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Open-Label Glucocorticoids Modulate Dexamethasone Trial in Preterm Infants.

Author(s): Onland W, van Kaam AH, De Jaegere AP, Offringa M

Affiliation(s): Department of Neonatology, Emma Children's Hospital, Academic Medical Center, Amsterdam, Netherlands; and.

Publication date & source: 2010-09-13, Pediatrics., [Epub ahead of print]

Context: Open-label glucocorticoids (OLGs) were often used in trials that investigated postnatal dexamethasone treatment in ventilated preterm infants. Objective: To determine if OLG use modulates the dexamethasone treatment effect on mortality, bronchopulmonary dysplasia (BPD), and neurodevelopmental outcome. Methods: Electronic databases, abstracts from the Pediatric Academic Societies, and results of manual reference searches were used as data sources. Fifteen randomized controlled trials comparing dexamethasone with placebo in 721 ventilated preterm infants older than 7 days were identified. The interaction between dexamethasone treatment effect and OLG use was assessed by meta-regression analysis and subgroup meta-analysis according to the percentage of OLG use in the placebo group. Trials with a moderately early (7- to 14-day) or delayed (>3-week) treatment onset were analyzed separately. Results: Moderately early, but not delayed, dexamethasone treatment significantly reduced mortality rates in trials with OLG use at <30% in the placebo arm. Meta-regression analysis revealed that this reduction was inversely related to OLG use. Increasing OLG use strengthened the positive effect of dexamethasone on BPD in the moderately early trials but attenuated the effect in the delayed-treatment trials. In trials with <30% OLG use, dexamethasone increased the risk for cerebral palsy in the delayed, but not the moderately early, treatment trials. Conclusions: When OLG use is taken into account moderately early dexamethasone treatment reduced mortality rates and the combined outcome mortality and BPD without increasing the risk of adverse neurodevelopmental outcome in ventilated preterm infants. A large randomized controlled trial is needed to confirm or refute these findings.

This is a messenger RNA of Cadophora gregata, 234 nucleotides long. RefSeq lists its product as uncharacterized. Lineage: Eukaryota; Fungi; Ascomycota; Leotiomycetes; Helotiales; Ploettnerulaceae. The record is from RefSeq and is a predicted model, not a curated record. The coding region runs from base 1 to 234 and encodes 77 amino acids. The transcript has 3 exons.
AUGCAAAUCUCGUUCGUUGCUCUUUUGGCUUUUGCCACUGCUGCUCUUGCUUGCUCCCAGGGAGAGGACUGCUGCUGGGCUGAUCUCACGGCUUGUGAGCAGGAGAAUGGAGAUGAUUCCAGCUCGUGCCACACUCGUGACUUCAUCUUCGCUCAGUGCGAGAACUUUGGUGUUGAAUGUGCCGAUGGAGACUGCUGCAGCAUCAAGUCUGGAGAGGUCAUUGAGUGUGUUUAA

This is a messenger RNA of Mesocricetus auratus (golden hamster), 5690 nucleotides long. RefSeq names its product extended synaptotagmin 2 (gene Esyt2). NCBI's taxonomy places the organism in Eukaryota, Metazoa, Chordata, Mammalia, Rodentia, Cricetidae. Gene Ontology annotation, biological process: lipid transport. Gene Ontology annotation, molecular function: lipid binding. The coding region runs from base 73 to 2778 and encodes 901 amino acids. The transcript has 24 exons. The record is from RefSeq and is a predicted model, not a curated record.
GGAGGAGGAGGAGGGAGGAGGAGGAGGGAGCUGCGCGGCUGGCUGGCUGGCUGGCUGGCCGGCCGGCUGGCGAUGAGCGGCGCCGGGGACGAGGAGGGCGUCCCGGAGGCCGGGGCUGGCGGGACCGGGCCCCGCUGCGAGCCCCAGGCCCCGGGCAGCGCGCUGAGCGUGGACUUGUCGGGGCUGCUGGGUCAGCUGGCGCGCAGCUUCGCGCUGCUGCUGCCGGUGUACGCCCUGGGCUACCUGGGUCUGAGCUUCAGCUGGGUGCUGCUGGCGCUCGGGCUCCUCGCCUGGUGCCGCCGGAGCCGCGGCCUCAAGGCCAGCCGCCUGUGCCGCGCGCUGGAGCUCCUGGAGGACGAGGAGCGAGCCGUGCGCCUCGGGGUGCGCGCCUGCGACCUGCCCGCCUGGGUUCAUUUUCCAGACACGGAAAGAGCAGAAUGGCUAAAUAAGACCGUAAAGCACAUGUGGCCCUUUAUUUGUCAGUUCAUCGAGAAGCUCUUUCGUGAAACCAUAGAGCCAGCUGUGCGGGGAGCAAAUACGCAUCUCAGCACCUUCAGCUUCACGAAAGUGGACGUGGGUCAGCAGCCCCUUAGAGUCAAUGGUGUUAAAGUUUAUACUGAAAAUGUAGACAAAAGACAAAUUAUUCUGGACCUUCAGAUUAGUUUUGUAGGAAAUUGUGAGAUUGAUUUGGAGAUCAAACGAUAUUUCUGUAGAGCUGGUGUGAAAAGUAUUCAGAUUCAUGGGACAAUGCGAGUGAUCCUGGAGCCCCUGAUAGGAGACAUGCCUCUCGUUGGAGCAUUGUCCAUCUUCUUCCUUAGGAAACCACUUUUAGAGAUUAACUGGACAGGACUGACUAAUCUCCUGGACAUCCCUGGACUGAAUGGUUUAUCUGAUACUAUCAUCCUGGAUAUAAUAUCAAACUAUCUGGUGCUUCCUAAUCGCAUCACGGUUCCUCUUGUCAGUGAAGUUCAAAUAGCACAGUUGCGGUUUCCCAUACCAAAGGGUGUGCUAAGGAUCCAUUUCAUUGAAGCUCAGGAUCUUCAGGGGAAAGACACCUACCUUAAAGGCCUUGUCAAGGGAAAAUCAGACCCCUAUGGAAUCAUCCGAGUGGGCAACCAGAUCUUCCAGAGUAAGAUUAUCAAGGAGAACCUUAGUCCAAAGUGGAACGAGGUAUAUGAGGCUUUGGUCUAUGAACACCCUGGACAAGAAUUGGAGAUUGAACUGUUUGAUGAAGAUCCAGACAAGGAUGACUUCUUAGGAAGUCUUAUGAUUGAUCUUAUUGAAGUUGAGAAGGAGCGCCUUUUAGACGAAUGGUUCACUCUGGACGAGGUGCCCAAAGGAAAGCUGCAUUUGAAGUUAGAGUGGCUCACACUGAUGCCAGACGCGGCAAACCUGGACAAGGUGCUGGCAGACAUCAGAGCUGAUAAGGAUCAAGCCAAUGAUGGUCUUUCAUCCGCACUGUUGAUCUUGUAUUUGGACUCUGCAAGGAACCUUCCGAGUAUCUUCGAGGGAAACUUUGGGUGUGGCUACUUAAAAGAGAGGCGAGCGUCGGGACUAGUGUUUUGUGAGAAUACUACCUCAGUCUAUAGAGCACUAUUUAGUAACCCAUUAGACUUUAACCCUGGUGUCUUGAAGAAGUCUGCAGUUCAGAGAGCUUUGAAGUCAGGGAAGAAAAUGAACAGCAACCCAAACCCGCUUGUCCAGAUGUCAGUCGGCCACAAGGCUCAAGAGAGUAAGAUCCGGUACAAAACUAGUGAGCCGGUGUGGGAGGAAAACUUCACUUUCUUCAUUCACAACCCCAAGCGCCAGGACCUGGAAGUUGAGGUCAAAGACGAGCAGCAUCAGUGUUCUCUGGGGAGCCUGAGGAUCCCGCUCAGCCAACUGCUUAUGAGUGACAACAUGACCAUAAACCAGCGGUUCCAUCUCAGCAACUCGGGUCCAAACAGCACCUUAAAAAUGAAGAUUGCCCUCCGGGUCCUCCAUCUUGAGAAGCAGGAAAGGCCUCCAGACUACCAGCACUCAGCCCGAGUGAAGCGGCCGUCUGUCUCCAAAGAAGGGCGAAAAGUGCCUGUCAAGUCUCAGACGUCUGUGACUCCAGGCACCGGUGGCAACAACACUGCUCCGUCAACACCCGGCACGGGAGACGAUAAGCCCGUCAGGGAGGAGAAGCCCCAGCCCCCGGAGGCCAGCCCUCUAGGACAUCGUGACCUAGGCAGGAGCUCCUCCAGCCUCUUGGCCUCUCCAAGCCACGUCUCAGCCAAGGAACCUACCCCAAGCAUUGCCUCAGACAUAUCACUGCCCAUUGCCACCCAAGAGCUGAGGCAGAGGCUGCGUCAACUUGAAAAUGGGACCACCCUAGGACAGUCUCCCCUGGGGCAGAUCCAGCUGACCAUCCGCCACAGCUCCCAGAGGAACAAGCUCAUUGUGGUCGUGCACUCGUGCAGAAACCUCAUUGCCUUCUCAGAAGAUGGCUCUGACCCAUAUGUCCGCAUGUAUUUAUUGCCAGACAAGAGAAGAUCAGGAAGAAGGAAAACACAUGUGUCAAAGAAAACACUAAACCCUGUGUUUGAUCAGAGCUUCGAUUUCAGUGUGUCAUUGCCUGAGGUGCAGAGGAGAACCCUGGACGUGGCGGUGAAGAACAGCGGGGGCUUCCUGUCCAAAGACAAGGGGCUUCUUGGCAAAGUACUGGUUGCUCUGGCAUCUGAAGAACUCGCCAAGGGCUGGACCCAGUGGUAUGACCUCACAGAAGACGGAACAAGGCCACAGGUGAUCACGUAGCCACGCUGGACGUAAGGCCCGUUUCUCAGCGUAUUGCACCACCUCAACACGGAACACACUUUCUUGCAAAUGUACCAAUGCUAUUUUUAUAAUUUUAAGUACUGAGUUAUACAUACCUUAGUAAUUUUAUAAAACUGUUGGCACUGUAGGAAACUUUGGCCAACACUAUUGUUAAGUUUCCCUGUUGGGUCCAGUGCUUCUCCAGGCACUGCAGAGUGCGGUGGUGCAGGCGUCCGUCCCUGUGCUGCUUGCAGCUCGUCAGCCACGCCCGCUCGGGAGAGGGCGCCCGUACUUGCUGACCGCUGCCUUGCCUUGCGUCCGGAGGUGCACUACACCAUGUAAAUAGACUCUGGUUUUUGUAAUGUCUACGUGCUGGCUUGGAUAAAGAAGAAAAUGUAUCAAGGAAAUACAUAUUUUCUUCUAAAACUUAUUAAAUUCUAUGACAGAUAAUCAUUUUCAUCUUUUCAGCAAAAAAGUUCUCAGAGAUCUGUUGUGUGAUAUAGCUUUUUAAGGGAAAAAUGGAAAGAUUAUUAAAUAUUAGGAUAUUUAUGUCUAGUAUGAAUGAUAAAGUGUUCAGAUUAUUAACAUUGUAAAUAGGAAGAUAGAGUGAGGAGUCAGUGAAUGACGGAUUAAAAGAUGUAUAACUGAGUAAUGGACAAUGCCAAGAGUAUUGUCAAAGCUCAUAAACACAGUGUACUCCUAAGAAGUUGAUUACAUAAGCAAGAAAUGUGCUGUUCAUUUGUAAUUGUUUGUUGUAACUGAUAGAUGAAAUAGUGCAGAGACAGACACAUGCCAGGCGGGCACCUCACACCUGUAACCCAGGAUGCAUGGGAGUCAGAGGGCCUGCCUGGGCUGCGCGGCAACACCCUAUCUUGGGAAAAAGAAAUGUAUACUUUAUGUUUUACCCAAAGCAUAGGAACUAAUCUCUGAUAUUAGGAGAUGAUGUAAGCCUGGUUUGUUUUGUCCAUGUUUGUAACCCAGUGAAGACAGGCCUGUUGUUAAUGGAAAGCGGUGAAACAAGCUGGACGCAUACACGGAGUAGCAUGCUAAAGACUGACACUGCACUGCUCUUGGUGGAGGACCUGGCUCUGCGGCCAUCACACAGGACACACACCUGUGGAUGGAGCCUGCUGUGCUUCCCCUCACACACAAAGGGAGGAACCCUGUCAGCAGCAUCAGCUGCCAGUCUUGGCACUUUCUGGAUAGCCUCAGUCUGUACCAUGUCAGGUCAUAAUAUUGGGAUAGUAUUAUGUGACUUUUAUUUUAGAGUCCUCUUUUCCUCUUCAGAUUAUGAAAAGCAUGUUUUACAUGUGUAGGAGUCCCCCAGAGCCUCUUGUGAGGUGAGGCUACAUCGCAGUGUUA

Page last updated: 2010-10-05

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